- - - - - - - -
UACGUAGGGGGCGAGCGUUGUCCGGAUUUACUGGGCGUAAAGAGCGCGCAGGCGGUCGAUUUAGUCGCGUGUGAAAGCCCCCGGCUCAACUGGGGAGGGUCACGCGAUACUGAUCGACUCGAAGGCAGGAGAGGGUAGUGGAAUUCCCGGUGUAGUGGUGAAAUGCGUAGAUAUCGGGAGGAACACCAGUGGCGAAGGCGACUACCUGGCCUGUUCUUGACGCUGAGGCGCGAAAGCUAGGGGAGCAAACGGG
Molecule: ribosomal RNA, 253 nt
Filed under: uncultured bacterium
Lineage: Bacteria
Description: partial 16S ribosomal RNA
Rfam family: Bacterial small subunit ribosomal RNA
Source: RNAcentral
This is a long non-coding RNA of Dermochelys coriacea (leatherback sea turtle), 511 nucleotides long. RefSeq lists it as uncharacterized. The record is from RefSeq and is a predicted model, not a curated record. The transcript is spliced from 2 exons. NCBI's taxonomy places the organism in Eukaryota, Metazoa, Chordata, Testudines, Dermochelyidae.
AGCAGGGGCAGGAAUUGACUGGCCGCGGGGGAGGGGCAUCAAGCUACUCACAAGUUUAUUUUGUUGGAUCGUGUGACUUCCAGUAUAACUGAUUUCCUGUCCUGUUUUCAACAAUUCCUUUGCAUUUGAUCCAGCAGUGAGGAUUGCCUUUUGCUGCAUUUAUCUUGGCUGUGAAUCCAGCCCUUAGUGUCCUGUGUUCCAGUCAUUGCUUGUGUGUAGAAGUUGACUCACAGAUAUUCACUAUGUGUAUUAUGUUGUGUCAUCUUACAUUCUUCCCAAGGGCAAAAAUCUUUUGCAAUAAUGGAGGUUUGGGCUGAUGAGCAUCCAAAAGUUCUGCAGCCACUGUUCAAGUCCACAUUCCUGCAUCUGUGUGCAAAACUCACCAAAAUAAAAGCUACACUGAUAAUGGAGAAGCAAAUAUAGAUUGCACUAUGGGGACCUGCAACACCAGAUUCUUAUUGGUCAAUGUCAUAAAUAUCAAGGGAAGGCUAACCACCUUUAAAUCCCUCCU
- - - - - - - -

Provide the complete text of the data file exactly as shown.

UACGUAGGGGGCGAGCGUUGUCCGGAUUUACUGGGCGUAAAGAGCGCGCAGGCGGUCGAUUUAGUCGCGUGUGAAAGCCCCCGGCUCAACUGGGGAGGGUCACGCGAUACUGAUCGACUCGAAGGCAGGAGAGGGUAGUGGAAUUCCCGGUGUAGUGGUGAAAUGCGUAGAUAUCGGGAGGAACACCAGUGGCGAAGGCGACUACCUGGCCUGUUCUUGACGCUGAGGCGCGAAAGCUAGGGGAGCAAACGGG
Molecule: ribosomal RNA, 253 nt
Filed under: uncultured bacterium
Lineage: Bacteria
Description: partial 16S ribosomal RNA
Rfam family: Bacterial small subunit ribosomal RNA
Source: RNAcentral
This is a long non-coding RNA of Dermochelys coriacea (leatherback sea turtle), 511 nucleotides long. RefSeq lists it as uncharacterized. The record is from RefSeq and is a predicted model, not a curated record. The transcript is spliced from 2 exons. NCBI's taxonomy places the organism in Eukaryota, Metazoa, Chordata, Testudines, Dermochelyidae.
AGCAGGGGCAGGAAUUGACUGGCCGCGGGGGAGGGGCAUCAAGCUACUCACAAGUUUAUUUUGUUGGAUCGUGUGACUUCCAGUAUAACUGAUUUCCUGUCCUGUUUUCAACAAUUCCUUUGCAUUUGAUCCAGCAGUGAGGAUUGCCUUUUGCUGCAUUUAUCUUGGCUGUGAAUCCAGCCCUUAGUGUCCUGUGUUCCAGUCAUUGCUUGUGUGUAGAAGUUGACUCACAGAUAUUCACUAUGUGUAUUAUGUUGUGUCAUCUUACAUUCUUCCCAAGGGCAAAAAUCUUUUGCAAUAAUGGAGGUUUGGGCUGAUGAGCAUCCAAAAGUUCUGCAGCCACUGUUCAAGUCCACAUUCCUGCAUCUGUGUGCAAAACUCACCAAAAUAAAAGCUACACUGAUAAUGGAGAAGCAAAUAUAGAUUGCACUAUGGGGACCUGCAACACCAGAUUCUUAUUGGUCAAUGUCAUAAAUAUCAAGGGAAGGCUAACCACCUUUAAAUCCCUCCU